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End of Year Tax Planning Strategies Part 3: Contributions

End of Year Tax Planning Strategies Part 3: Contributions

| November 20, 2020
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If you read my first two posts, you learned about potentially avoiding taxable gains from mutual funds and tax loss harvesting.  The third strategy is making charitable gift and contributions to 529 plans; which must be done before the end of the year.  If you donate an asset such as a stock to a charity rather than cash, you can potentially avoid paying tax on the capital gains.  For example, if you bought Facebook for $100 and it is now worth $300, you can potentially donate the stock directly to a charity and avoid paying the capital gains tax if you owned the stock for more than a year and the charity is a recognized not for profit or donor advised fund.  If you were to sell the stock and make a cash contribution, you will owe taxes on the $200 gain.  New York 529 plan contributions are deductible on your NYS tax filing by up to $10,000.  

In addition, I included information regarding changes coming ahead for next year.  On October 26, the Treasury Department released the 2021 adjusted figures for retirement account savings. Although these adjustments won’t bring any major changes, there are some minor elements to note.

401(k)s
The salary deferral amount for 401(k)s remains the same at $19,500, while the catch-up amount of $6,500 also remains unchanged. However, the overall limit for these plans will increase from $57,000 to $58,000 in 2021.1

Individual Retirement Accounts (IRA)
The limit on annual contributions remains at $6,000 for 2021, and the catch-up contribution limit is also unchanged at $1,000.2

Roth IRA
Roth IRA account holders will experience some slightly beneficial changes. In 2021, the Adjusted Gross Income (AGI) phase-out range will be $198,000 to $208,000 for couples filing jointly. This will be an increase from the 2020 range of $196,000 to $206,000. For those who file as single or as head of household, the income phase-out range has also increased. The new range for 2021 will be $125,000 to $140,000, up from the current range of $124,000 to $139,000.3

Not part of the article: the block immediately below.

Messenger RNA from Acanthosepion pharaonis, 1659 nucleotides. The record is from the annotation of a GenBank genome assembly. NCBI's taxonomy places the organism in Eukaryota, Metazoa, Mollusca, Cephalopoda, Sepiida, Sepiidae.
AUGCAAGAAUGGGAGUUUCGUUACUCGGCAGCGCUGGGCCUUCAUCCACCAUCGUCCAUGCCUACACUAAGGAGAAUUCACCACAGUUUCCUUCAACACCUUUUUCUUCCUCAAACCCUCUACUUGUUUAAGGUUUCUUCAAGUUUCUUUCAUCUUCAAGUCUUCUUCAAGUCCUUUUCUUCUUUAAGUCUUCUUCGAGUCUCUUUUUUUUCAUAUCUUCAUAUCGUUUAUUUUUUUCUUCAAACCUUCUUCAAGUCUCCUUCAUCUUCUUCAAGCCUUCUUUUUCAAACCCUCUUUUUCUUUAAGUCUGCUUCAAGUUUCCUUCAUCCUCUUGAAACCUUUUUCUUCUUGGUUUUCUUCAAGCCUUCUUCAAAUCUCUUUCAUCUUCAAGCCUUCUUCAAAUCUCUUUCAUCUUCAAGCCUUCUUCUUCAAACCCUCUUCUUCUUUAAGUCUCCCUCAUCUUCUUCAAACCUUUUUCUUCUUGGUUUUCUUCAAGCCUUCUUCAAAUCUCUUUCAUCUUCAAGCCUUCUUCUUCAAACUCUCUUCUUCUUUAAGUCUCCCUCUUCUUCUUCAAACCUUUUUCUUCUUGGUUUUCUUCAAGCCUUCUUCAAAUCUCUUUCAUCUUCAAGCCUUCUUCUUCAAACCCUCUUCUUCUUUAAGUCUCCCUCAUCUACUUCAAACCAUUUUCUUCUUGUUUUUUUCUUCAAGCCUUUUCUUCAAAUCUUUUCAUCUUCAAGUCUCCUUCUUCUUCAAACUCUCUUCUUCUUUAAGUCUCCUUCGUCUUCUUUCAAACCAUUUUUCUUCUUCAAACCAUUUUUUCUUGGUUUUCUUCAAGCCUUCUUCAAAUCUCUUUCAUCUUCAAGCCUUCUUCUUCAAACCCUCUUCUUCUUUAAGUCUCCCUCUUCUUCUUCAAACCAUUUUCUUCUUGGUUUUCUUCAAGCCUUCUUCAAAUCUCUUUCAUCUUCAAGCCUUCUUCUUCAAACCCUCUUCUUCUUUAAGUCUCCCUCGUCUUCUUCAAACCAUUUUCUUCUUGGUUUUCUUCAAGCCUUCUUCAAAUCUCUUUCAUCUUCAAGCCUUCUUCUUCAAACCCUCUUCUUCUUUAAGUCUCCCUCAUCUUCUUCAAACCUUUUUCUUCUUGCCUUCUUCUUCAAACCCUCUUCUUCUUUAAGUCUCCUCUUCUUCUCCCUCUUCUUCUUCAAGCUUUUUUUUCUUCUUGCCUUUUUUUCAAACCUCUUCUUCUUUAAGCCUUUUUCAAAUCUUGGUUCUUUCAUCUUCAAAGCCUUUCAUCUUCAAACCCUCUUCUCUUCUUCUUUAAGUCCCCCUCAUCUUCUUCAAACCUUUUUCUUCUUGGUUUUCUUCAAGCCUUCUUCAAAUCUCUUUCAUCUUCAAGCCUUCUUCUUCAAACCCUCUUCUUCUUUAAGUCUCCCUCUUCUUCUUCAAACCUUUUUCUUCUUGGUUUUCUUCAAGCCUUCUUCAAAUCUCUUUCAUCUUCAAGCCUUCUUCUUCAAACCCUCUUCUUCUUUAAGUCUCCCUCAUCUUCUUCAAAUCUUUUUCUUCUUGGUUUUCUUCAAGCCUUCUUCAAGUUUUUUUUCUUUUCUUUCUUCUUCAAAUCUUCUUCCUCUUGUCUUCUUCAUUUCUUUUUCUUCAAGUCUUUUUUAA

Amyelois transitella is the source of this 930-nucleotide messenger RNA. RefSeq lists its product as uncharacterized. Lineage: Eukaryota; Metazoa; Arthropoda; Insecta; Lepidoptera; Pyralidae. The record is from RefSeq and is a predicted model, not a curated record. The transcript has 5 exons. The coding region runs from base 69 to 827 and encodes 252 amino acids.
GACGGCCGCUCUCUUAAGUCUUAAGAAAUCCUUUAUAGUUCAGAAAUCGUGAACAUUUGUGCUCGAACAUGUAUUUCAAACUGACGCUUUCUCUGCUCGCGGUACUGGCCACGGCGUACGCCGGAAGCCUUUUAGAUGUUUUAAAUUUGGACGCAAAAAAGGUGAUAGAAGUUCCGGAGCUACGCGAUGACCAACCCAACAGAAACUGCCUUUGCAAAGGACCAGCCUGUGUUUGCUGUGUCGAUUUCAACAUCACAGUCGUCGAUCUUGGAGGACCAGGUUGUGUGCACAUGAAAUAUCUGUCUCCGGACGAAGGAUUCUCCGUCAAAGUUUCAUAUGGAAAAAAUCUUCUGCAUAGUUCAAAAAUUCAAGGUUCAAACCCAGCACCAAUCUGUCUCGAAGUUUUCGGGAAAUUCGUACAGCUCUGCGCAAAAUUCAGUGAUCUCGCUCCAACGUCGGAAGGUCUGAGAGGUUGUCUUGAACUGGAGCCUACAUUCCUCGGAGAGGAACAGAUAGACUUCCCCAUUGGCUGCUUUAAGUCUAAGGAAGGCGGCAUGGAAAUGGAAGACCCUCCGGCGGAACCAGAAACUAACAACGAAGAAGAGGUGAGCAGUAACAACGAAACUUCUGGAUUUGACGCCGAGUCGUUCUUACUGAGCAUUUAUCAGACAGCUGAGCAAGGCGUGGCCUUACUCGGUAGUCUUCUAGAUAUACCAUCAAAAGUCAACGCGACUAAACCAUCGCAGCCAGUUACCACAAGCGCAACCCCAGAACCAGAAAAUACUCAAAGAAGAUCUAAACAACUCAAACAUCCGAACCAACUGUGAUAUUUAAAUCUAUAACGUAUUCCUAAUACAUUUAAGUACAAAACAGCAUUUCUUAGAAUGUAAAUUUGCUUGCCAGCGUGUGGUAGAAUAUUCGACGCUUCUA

Although these modest increases won’t impact many, it’s natural to have questions anytime the financial landscape changes. If you’re curious about any of the above, give me a call at the number below for more information.

1. IRS.gov, October 26, 2020
2. IRS.gov, October 26, 2020
3. IRS.gov, October 26, 2020

The content is developed from sources believed to be providing accurate information. The information in this material is not intended as tax or legal advice. Please consult legal or tax professionals for specific information regarding your individual situation. This material was developed and produced by FMG Suite to provide information on a topic that may be of interest. FMG Suite, LLC, is not affiliated with the named representative, broker-dealer, state- or SEC-registered investment advisory firm. The opinions expressed and material provided are for general information and should not be considered a solicitation for the purchase or sale of any security.

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